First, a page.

Using the popular choice of 18" for the cubit, the ABS wave bending moment rules to calculate the hogging and sagging moments, with a block coefficient of 0.9, gives the following values; Hogging (tf-m): 65071.4912,  Sagging (tf-m): -67008.743. Use the calculator above to test the effect of hull changes.

APPENDIX 1: Wave BM Calculated According to Shipping Rules

Definition of symbols;
L =length (m)
B =beam or breadth (m)
Cb =Block Coefficient as defined above. 

Method 1: ABS RULES

American Bureau of Shipping
ABS Plaza
16855 Northchase Drive
Houston Texas 77060 USA
Steel Vessel Rules 2004, Part 3, Hull Construction and Equipment


Free downloads here; http://www.eagle.org/rules/downloads.html#legal

Bending Moment

ABS Rules for Building and Classing Steel Vessels 2004. Part 3 , Chapter 2, Section 1, Subsection 3.5.1 "Wave Bending Moment Amidships"

(Note that the ABS Rules make a distinction between maximum Hogging and Sagging conditions. Also note that the ABS Rules are the most conservative of these classification societies)

Mw = - k1 * C1 * L2 * B * (Cb + 0.7) / 1000    (sagging)
Mw  =  k2 * C1 * L2 * B * Cb / 1000    (hogging)

C1 = 10.75 - ((300-L) / 100) ^ 3/2  (for 90<= Length <= 300m)
Sagging k1 = 11.22  (for units in tf.m)
Hogging k2 = 19.37  (for units in tf.m)


Rules for Steel Ships.

Bending Moment

Lloyd's Chapter D, part 315 gives a formula for estimating the bending moment midway along the hull (amidships) that could be applied by typical sea waves. The factor C1 is tabulated and based on shipping data.

Linear interpolation of tabulated values near the ark length gives C1 = 6.2527 + 0.0178*L

Lloyd's specifies a material stress of 98.1Mpa (assumes a steel hull). All other variables are as previously defined.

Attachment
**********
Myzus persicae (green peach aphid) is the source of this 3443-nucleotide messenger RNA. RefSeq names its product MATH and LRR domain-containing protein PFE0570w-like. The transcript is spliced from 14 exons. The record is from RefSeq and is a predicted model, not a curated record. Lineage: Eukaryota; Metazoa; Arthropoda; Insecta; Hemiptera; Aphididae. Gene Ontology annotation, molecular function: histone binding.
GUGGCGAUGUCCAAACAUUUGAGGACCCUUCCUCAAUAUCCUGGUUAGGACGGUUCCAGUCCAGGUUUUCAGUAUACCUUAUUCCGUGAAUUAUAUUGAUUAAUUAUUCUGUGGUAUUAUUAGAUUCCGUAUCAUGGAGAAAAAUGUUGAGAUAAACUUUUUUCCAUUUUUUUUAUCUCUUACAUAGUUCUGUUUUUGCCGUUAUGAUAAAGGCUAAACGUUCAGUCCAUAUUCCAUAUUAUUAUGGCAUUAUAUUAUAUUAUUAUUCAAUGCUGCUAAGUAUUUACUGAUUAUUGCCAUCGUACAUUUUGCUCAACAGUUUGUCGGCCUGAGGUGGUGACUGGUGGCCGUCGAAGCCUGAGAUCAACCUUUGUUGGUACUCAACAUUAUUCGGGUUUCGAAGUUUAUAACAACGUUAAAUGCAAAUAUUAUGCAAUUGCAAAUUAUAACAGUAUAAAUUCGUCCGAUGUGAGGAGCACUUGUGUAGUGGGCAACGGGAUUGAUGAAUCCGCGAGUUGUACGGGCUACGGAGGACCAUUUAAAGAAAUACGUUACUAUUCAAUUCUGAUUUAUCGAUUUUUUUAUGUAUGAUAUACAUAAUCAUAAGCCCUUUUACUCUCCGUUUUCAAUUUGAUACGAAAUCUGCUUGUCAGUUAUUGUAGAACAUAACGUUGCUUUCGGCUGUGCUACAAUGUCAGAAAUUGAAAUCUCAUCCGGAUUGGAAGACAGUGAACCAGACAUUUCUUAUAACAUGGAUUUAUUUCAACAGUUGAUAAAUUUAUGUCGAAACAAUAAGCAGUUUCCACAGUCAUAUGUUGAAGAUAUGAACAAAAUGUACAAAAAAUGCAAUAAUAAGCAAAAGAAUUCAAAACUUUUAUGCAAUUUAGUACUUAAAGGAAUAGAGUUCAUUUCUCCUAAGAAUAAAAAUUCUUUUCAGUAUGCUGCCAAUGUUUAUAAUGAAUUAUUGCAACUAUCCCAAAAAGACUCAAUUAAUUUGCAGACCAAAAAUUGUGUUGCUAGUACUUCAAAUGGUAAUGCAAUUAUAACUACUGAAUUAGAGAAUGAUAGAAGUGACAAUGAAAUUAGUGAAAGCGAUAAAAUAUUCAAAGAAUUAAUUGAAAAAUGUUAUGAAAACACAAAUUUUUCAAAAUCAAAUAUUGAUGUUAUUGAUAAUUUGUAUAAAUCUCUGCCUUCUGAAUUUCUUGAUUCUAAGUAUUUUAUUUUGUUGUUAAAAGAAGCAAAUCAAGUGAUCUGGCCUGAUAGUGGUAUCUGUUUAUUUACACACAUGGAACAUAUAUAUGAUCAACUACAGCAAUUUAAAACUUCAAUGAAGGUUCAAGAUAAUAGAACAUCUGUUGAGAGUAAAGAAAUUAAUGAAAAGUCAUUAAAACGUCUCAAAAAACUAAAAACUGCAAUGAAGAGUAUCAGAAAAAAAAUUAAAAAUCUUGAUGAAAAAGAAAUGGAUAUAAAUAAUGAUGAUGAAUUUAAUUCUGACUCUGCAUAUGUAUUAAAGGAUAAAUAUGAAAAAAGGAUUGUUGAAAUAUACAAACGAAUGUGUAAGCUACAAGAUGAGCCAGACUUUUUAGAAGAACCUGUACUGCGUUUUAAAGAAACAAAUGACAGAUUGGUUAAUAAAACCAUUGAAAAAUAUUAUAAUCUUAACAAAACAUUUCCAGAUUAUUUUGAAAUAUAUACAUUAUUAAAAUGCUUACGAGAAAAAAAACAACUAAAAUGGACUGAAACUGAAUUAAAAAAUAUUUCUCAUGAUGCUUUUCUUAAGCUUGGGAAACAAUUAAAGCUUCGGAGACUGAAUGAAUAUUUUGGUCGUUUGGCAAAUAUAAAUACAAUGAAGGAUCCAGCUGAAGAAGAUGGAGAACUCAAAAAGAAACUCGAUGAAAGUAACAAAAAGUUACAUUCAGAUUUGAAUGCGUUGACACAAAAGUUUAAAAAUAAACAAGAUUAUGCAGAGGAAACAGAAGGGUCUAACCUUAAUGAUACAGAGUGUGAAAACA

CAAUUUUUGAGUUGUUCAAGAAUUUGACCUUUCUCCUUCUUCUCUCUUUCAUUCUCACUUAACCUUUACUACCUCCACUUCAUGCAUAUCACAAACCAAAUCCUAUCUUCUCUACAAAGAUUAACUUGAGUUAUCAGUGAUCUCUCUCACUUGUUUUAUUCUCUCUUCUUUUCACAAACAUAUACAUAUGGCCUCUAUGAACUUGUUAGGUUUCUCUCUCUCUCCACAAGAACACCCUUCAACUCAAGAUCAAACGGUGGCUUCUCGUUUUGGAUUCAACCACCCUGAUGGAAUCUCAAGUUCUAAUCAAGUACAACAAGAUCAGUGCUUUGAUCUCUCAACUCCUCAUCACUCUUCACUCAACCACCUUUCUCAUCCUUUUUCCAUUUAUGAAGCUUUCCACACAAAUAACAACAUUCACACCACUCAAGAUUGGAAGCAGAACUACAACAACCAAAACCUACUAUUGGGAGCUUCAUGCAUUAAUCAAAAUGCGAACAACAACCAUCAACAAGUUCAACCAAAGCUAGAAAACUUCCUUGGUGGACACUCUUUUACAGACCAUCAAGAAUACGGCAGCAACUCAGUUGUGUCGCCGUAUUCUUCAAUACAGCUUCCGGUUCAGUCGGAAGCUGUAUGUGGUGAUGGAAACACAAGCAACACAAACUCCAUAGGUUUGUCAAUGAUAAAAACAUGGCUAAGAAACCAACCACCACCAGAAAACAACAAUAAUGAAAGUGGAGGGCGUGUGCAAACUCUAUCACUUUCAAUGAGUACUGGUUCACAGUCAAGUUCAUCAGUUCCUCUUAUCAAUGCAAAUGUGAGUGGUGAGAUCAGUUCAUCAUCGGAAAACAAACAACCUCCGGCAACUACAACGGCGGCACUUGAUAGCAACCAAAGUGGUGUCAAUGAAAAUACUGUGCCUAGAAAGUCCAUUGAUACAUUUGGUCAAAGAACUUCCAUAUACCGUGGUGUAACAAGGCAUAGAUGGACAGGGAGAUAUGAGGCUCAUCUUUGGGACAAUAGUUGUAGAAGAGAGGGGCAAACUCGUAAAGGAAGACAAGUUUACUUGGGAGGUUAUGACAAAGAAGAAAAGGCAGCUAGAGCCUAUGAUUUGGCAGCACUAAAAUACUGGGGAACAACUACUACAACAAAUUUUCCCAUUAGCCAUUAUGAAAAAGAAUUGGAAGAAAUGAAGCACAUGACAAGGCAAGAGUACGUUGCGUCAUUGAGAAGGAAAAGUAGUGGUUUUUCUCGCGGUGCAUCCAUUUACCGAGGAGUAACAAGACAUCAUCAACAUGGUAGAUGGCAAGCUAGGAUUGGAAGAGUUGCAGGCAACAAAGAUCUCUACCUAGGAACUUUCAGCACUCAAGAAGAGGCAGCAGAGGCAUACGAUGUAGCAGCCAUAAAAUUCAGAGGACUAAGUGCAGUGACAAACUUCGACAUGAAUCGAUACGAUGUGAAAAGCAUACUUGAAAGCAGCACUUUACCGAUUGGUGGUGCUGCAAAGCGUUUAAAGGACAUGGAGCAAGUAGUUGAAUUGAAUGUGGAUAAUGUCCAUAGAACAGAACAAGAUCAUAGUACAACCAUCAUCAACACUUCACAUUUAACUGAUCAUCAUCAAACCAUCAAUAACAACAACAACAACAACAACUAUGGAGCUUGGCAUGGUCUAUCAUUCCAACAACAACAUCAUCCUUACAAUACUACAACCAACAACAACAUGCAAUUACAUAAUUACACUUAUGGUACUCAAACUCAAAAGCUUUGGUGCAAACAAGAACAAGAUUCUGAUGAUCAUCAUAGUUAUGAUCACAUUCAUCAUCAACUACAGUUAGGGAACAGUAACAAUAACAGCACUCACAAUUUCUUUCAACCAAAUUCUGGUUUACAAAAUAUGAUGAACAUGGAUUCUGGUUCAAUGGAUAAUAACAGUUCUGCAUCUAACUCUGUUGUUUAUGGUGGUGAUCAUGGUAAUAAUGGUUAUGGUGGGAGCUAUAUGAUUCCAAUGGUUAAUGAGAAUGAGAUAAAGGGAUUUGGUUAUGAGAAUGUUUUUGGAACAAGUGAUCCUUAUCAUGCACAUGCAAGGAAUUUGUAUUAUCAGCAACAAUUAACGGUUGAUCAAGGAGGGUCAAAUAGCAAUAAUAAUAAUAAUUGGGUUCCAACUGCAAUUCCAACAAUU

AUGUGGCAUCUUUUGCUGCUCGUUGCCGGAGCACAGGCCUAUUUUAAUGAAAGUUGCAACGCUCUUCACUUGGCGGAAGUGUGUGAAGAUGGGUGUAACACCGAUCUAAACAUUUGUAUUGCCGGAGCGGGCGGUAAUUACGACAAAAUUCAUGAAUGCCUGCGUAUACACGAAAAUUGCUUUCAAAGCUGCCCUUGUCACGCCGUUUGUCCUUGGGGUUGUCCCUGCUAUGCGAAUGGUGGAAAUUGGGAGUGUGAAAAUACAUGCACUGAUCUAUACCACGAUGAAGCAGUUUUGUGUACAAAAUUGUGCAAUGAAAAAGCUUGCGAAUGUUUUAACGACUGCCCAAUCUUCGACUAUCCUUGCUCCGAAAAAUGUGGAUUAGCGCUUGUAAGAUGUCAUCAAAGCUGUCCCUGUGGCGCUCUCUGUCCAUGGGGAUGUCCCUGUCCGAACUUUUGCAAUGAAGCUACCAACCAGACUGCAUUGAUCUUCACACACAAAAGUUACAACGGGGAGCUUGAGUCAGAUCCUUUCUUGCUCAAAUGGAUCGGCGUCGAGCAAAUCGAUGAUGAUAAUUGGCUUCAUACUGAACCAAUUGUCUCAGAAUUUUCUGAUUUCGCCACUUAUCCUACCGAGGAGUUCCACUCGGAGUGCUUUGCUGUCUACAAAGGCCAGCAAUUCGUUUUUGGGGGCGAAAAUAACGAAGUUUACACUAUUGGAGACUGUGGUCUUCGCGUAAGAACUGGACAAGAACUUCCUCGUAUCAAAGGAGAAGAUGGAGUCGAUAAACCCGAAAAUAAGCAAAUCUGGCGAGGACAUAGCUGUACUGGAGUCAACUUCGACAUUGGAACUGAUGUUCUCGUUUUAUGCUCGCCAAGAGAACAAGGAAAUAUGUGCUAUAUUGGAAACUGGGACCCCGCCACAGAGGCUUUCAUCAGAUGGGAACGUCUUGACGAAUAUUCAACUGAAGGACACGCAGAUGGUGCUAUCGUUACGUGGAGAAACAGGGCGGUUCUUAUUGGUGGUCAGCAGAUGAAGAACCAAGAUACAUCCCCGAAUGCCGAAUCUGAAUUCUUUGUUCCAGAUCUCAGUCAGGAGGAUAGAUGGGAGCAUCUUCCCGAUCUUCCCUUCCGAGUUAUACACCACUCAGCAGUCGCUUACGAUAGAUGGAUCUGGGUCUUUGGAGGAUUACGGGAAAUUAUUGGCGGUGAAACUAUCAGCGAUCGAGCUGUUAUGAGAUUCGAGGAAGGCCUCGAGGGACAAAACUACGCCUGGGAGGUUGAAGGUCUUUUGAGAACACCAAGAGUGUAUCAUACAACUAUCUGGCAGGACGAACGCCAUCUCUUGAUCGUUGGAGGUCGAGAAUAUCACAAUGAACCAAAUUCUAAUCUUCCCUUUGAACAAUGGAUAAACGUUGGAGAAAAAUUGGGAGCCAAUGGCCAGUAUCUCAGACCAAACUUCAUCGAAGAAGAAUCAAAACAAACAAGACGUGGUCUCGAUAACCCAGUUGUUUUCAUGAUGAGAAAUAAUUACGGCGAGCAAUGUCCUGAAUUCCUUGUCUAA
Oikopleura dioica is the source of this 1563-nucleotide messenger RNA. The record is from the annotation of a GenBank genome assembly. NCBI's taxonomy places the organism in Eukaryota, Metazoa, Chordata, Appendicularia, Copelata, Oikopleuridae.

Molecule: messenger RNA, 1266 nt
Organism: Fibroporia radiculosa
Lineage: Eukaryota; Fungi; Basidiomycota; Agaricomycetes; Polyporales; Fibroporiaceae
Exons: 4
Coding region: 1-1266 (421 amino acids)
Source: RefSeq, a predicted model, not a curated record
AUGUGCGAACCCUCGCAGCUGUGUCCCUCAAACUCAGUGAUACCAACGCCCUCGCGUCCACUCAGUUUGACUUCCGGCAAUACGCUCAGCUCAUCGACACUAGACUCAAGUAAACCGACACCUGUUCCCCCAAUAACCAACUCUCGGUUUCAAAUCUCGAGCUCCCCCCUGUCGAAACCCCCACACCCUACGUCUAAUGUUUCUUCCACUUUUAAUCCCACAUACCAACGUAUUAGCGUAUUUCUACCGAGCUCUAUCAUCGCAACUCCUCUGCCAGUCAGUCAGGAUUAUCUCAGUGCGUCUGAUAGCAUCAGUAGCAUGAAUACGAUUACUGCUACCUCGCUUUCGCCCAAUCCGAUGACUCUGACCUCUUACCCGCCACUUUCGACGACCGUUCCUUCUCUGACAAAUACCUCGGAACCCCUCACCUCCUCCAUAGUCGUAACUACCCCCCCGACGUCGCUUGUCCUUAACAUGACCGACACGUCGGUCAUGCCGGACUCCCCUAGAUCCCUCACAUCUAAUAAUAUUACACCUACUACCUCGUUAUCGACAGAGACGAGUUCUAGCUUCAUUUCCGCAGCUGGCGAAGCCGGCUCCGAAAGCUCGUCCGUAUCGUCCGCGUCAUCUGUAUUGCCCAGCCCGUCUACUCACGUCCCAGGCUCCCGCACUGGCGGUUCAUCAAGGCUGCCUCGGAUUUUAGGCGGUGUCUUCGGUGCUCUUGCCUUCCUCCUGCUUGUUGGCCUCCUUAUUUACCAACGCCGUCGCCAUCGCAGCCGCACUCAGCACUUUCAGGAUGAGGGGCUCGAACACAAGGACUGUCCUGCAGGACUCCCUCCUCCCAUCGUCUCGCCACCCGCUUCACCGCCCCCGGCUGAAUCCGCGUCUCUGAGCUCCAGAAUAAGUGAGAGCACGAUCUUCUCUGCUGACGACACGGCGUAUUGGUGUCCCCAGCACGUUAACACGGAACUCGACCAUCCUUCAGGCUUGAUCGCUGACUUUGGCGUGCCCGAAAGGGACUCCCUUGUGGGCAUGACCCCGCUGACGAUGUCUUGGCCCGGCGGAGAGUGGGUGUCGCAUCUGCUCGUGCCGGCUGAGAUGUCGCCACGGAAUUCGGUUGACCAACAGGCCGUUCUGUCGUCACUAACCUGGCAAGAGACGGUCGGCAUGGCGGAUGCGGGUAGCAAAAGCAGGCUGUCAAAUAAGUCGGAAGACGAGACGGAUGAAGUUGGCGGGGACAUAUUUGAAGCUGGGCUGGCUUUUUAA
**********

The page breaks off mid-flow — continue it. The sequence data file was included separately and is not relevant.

Rules and Regulations for the Construction and Classification of Steel Vessels. 1977
International Register for the classification of ships and aircraft.
31,rue Henri-Rochefort 75821 PARIS CEDEX 17
ISBN 2-900344-50 (English Edition)

Bending Moment

BV 5-23-31 The maximum rule value of wave bending moment in kN.m, is given by the formula;
MH = H L2 B ( Cb + 0.7 ) 10 -3
H = 703 - 65 ( (300 - L) / 100) ^ 3/2   if L < 300


APPENDIX 2: Wave Shear Force (ABS)

ABS Rules for Building and Classing Steel Vessels 2004. Part 3 , Chapter 2, Section 1, Subsection 3.5.3 "Wave Shear Force"

The maximum shearing force induced by wave, in kN (tf, Ltf)

Fwp = + k1 * F1 * C1 * L * B * (Cb + 0.7) / 100    (pos shear)
Fwn = - k1 * F2 * C1 * L * B * (Cb + 0.7) / 100    (neg shear)
k1 = 30 (3.059, 0.2797) kN (tf,Ltf)
F1 = distribution factor, as shown in 3-2-1/Figure 3
F2 = distribution factor, as shown in 3-2-1/Figure 4
This factor is 0.7 amidships rising to 1.0 at approx 25% from bow/stern. We assume the highest value 1.0.
C1 = C1 = 10.75 - ((300-L) / 100) ^ 3/2  (for 90<= Length <= 300m) Same as for bending moment
L = length of vessel in m (ft)
B = breadth of vessel in m (ft)
Cb = block coefficient, but not to be taken less than 0.6


The calculations follow the same general form, where the wave bending moment is proportional to L3.5  and also to B1.  For ships up to 300m long, the intensity of bending in the hull is very sensitive to the ship's length (L). So a long, wider hull is more likely to break in half (or leak badly) due to the wave induced bending moment.

Supporting these relatively simple calculations is an extensive record of monitoring ship stresses during service. These formulae have been determined on the basis of sea states throughout the world, and take account of storms and worst case uncertainties (just the wrong combination of wave height, length, etc). While direct stress analysis using Finite Element Methods are possible today (barely!), these simple formulae are the trusted solution. Highly detailed analysis is required if the designer intends to use a number lower than these.


1.  Ships are not supposed to break in half. When the Prestige went down it leaked more than 50,000 tonnes of oil, expected to foul 1000 beaches for the next ten years. Estimates for cleanup and fishing industry losses are as high as 10 billion euros, making it the most expensive maritime accident in history. The ABS report released in Feb 2003 could not pinpoint the cause of the hull wall failure, but was critical of Spain's refusal to allow the ship to take shelter when it began to list 20km off the coast. Spanish authorities had the ship towed out to sea to face high winds and heavy seas. It took six days to break in half completely. In May 2003 Spain lashed out at the ABS, filing a $700 million claim against the non-profit organization. In the last 25 years, only one ABS certified ship has gone down - in a typhoon.  See ABS reports.   Return to text